Railroad cargo theft boom result of politicians not doing their jobs

Railroad cargo theft boom result of politicians not doing their jobs

Walking with a trash bag, a ball cap fixed on his head, and a T-shirt more likely to be from Neiman Marcus than T.J. Maxx, Gov. Gavin Newsom made the most of a photo op intended to show his seriousness in stopping the great train raids of Los Angeles. While not wearing military insignia, Newsom could easily have been mistaken for Capt. Obvious when he said the railroad cargo theft boom “is just not acceptable.”

A few months ago, smash-and-grab store-jackings were trending in California. Attention has turned to the pillaging of rail cars carrying packages on the Union Pacific Railroad line near downtown Los Angeles.

“Keep hearing of train burglaries in LA on the scanner so went to #LincolnHeights to see it all,” CBS Los Angeles reporter John Schreiber tweeted on Jan. 13. “And … there’s looted packages as far as the eye can see. Amazon packages, UPS boxes, unused COVID tests, fishing lures, epi pens. Cargo containers left busted open on trains.” The volume of emptied packaging became so massive that heavy machinery was called in to help with clean-up. Manpower alone wasn’t enough.

Newsom compared the scene to “a Third World country.”

“I see what you see,” Newsom said. “I see what you’ve been covering. I see what everybody’s seeing, asking myself, what the hell is going on?”

Someone should tell him that criminals are growing bolder in California because they see an easy mark. It’s become a “plunderers’ paradise.”

Schreiber said the area is a prime spot for bandits because “trains frequently slow or stop in this area” for repairs, and “thieves use this opportunity to break open containers and take what’s inside.” Every fourth or fifth rail car he saw “had opened containers.”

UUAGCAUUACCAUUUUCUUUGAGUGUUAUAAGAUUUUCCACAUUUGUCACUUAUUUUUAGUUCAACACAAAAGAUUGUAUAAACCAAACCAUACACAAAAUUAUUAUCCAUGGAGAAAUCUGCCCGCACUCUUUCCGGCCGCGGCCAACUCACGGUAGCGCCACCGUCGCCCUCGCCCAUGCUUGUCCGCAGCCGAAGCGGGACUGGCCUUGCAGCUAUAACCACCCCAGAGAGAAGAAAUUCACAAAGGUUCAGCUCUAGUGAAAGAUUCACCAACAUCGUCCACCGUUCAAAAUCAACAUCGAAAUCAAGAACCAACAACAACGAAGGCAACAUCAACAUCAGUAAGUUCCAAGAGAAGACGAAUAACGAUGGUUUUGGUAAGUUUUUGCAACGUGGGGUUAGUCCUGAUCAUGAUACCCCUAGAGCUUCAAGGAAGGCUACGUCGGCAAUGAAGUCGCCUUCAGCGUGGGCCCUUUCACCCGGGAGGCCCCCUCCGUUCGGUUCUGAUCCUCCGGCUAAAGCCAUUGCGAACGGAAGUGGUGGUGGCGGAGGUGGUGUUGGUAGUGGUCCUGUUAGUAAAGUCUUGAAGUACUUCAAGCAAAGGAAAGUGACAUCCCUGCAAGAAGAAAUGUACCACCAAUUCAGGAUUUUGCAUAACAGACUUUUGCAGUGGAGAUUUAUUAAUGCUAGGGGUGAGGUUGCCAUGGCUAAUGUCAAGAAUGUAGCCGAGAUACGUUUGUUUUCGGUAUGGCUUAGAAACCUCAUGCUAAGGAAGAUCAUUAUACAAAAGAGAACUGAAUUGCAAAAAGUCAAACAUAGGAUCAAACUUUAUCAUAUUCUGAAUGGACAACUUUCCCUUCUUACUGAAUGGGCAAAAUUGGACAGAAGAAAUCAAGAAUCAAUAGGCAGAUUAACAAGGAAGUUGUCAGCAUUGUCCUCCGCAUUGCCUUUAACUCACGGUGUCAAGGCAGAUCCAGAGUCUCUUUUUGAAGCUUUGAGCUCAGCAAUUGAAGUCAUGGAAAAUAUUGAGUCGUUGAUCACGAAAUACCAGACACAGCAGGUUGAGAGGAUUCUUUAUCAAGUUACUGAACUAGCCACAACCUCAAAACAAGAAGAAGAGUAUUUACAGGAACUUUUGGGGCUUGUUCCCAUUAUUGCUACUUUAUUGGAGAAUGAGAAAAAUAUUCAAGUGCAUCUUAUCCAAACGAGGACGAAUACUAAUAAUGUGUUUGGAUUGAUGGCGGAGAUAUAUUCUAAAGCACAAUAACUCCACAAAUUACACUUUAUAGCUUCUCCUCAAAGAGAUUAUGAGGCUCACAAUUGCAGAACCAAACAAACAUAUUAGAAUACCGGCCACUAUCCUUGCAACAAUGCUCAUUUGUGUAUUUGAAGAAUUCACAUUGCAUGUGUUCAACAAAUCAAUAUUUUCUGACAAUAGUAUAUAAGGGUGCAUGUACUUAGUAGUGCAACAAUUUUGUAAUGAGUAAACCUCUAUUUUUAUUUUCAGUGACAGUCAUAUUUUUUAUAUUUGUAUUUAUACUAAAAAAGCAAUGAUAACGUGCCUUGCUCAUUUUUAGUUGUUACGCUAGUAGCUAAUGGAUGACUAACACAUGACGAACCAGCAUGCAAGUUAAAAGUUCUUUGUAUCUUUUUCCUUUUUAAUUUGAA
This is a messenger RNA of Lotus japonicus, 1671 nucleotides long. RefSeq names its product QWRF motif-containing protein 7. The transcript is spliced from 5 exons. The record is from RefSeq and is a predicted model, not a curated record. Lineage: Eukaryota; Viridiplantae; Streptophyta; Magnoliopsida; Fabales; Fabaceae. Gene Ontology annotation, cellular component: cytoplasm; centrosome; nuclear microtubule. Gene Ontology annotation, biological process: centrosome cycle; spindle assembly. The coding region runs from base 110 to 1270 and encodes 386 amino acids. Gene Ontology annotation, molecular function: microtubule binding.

“Missing a package? Shipment delayed? Maybe your package is among the thousands we found discarded along the tracks. This is but one area thieves have targeted trains. We were told this area was just cleaned up 30 days ago so what you see is all within the last month.”

In late December, Union Pacific told Los Angeles County District Attorney George Gascón that thefts from its trains increased 160 percent in Los Angeles County in the last year, and “in October 2021 alone, the increase was 356 percent over compared to October 2020.”

“On average, over 90 containers (are) compromised per day,” the railroad’s director of public affairs wrote Gascón in a letter, and more than 100 arrests have been made. Yet out “of all those arrests,” Union Pacific “has not been contacted for any court proceedings.”

Predictably, the George Soros-approved progressive prosecutor who’d rather not prosecute shifted responsibility back to Union Pacific, saying the railroad presented fewer cases to his office in 2021 than during the previous two years, and a portion of them could not be filed because they lacked the standard of evidence he demands before pursuing cases.

Newsom is angry about the train looting and was sure to convey his feelings. He declared that “we need all of us to recognize our collective and individual responsibility to do more and start supporting one another and address these issues,” a statement that sounds more vacuous with every playback of the video.

Elected officials from Newsom on down continue to fail their constituents and give their opponents more opportunities to say, “I told you so.” But “I told you so” is no more effective than demanding we all need “to recognize our collective and individual responsibility.”

What would help is for lawmakers and prosecutors to admit that their campaign to achieve “social justice” has emboldened a criminal class that responds to incentives the same way consumers do. Acknowledgement is the first step to recovery.

Kerry Jackson is a fellow with the Center for California Reform at the Pacific Research Institute.

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